NTSB Identification: DFW06LA130B
14 CFR Part 137: Agricultural
Accident occurred Thursday, May 18, 2006 in DeWitt, AR
Probable Cause Approval Date: 07/02/2009
Aircraft: Ayres S2R, registration: N4121G
Injuries: 1 Fatal,1 Serious.
NTSB investigators may not have traveled in support of this investigation and used data provided by various sources to prepare this aircraft accident report.
The 5,700-hour commercial pilot of a turbine powered agricultural bi-plane had completed an aerial application run, and was returning on a northerly heading to the municipal airport in order to pickup another load of fertilizer. The owner of the bi-plane stated that it's typical for the pilot to fly between 200 and 300 feet above the ground en route to, or from the airport. A 12,300-hour commercial pilot of an agricultural, turbine powered low-wing airplane departed a private airstrip, located west of the municipal airport, and was heading in a southeasterly direction en route to deliver his aerial application load. The airplanes collided in-flight while en route to their destinations and there was no reported witnesses to the event. The weather in the area was reported as VFR (Visual Flight Rules). The GPS logging unit was not installed in bi-plane at the time of the accident. The GPS memory card from the low-wing airplane was removed and sent to the manufacturer for download. However, the GPS manufacturer reported that the unit was not recording information at the time, and no data was available with regards to the accident. The Federal Aviation Administration's Civil Aerospace Medical Institute conducted toxicology tests on the remains of the Grumman G-164A pilot. Tetrahydrocannabinol (THC/marijuana) was detected in the pilot's heart and lung tissue. Tetrahydrocannabinol carboxylic acid (THC-COOH, a marijuana metabolite) was detected in lung, heart and urine samples. The testing indicated that the pilot had recently used marijuana, which resulted in his impairment.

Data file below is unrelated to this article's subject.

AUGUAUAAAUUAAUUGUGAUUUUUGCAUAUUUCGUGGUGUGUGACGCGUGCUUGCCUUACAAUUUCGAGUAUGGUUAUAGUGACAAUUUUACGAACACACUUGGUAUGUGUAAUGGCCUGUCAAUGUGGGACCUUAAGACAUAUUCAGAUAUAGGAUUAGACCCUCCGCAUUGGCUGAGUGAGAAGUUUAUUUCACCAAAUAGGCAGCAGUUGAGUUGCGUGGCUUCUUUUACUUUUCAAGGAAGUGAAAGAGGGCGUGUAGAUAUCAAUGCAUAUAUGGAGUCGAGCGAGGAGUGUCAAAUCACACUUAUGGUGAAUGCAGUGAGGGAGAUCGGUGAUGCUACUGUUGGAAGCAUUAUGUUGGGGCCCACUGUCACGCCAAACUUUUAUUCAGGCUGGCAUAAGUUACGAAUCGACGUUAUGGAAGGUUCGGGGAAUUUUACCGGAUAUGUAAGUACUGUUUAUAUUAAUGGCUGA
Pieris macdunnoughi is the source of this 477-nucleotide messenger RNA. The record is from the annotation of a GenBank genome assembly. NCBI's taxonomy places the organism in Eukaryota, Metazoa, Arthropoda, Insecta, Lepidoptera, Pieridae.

The National Transportation Safety Board determines the probable cause(s) of this accident to be: The failure by both pilots to maintain adequate visual lookout and the Grumman G-164A pilot's impairment caused by the recent use of marijuana. Full narrative available
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